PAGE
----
Jane Pratt's new website, xoJane.com, kicked off this week with some juicy posts about sex with Terry Richardson, traumatizing bikini waxes, and the effects of institutionalization on one's hair. Pratt also threw a launch party on Tuesday night at the Jane Hotel, which felt like a nineties reunion: Pratt gabbed with Michael Stipe and Courtney Love by the fireplace, and the Beastie Boys' Mike D made an appearance. The morning after, we spoke with Pratt about the new site, particularly Tavi's role in it, and how she's holding up to brutal commenters.
How are you feeling this morning?
You're catching me at a good time, because I got about four hours of sleep. I went out after the party to a restaurant nearby, to eat again, with Michael [Stipe] and a couple of friends from the party. I always like to eat again. So we went out and then I got home really late and got up early this morning. I think I told you last night that I was actually going to sleep, and it would be the end of my adrenaline binge, but apparently not.
Yes. You said you've gotten, like, three hours of sleep since the website launched.
Maybe two hours of sleep Sunday night and Monday night, and now I've taken it to another level. Remember when David Blaine did that thing where he didn't sleep for however many days? He went into different phases: hallucination, dizziness, a teary phase. I think I'm going through those.
JP: Yeah. If David Blaine can do it ...
So, a lot of the work on the website so far has been really self-revealing pieces.
Yeah, we want to have personal stuff. It makes sense for us. A lot of general interest and fashion sites are really good with news, and we want to have our own stories, too. Obviously, no one else will have these. So, yes! From Emily, writing about her rapist friending her on Facebook to ... it doesn't really get more revealing than that. The thing is, I'm also revealing hyper-personal stuff about myself, too. So at least I'm not asking them to do it and then not doing it myself. It's challenging — but it's liberating to overshare.
So what exactly is Tavi Gevinson's role in the website?
Tavi is going to contribute. We haven't even figured out what her first post is going to be at this point, she might interview somebody. But she's going to contribute to this.
You mentioned last night you think the commenters have been brutal.
Uh huh, brutal. Do you think the comments about me were, in particular, brutal?
No, I think most people who work on the Internet would agree that commenters in general can be brutal.
Yes, we can all agree on that. I would have maybe gone into one of the crying phases if I thought you were saying that my personal commenters were more brutal than most. I don't think they are. I'm fine with it. I feel like I had early exposure to getting bashed after putting myself out there. Now it's more immediate and there's the anonymity thing a little bit more, but I was expecting it. I guess I just look at it in terms of the kind of comment they're leaving. Is it the kind of thing where they're bashing me and they're bashing something in the last sentence of the story? Because then it's like, "Okay, great, they read the whole thing." If they're engaged, passionately, then I'm cool with that. If it's a comment on the headline or something, then it's like, "Oh, maybe my story didn't compel them enough to read the whole thing." Especially someone who'll go and bash one story on the site, and then go bash another, and then go bash another and another. Then it's like, "Wow! That's good for traffic."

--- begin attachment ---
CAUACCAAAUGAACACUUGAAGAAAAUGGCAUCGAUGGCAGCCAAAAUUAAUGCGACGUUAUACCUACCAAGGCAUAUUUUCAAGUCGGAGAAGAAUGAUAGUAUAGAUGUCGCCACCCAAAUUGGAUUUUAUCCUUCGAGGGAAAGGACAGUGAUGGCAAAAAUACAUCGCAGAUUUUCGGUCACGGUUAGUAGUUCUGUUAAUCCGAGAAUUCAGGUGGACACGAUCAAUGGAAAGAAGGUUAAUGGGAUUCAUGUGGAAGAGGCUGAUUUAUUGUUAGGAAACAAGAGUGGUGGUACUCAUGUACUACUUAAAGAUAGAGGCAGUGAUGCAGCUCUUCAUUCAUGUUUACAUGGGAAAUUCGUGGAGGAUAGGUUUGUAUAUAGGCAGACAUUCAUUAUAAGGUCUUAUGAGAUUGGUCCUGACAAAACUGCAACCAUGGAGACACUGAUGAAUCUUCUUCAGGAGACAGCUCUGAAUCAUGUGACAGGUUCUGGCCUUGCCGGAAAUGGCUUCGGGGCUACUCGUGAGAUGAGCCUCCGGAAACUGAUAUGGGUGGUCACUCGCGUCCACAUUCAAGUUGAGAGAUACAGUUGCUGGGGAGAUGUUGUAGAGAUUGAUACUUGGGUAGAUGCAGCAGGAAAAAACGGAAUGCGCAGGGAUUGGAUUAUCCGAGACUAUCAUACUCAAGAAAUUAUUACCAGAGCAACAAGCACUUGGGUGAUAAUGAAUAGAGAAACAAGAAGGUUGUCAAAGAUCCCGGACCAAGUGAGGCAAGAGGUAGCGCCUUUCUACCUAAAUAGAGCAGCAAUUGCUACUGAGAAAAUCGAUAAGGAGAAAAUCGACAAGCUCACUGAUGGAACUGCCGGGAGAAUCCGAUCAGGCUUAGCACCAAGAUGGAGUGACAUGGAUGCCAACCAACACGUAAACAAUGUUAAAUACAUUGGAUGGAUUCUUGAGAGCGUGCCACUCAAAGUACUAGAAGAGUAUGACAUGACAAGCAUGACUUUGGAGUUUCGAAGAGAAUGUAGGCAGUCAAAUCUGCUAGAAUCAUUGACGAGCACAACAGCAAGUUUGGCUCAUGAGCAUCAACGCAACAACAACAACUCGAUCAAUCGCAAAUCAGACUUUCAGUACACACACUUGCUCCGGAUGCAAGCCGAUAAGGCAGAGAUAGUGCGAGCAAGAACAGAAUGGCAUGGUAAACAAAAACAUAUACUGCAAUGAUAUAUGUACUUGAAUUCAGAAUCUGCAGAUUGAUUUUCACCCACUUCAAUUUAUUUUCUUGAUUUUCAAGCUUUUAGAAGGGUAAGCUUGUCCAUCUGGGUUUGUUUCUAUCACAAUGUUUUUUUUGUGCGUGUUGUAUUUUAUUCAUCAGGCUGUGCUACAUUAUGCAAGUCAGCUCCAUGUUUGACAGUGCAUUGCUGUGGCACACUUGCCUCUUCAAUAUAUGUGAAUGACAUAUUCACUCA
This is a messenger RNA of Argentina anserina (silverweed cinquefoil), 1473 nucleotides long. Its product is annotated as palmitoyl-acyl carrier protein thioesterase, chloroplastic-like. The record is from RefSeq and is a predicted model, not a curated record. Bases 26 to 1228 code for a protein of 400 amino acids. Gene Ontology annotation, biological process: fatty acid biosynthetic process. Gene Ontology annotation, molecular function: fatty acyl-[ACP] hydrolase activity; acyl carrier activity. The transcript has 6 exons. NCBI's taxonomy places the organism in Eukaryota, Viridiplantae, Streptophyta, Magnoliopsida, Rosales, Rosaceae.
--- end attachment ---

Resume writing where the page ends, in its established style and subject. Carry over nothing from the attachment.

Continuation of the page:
Has anyone regretted anything they've written so far?
No. I would say we don't have any regrets here.
Has it been hard for anyone to reveal so much about themselves?
Uh huh, there were tears in a meeting. It wasn't like I was pushing someone to write something really personal, and they were crying because I was saying they've got to do it. That did not happen. But I think it's more like, there's been a lot of emotion around here in general. We're all very personally invested in what we're doing. There's a lot of female energy playing off one another. Certainly, there's been crying in the office a few times over various things.
Are you the one to talk people off the ledge or vice versa?
Oh, I think it's been a mix. I wrote an e-mail to Emily at three-something in the morning about a headline, and she wrote back saying I need to safeguard my sanity. That was good advice. It wasn't her talking me down from me being upset, but she was saying, you know, pace yourself. You don't need to be up at three worrying about this. But other times I've been the one to calm people down, sure. I think I usually give a lot of advice to friends, and people come to me for that, and I tend to give it in a calm, nonjudgmental way. People say I seem calm, but usually that just means the maelstrom inside me isn't coming across. I'm usually not feeling calm. It comes off that way somehow to the outside world.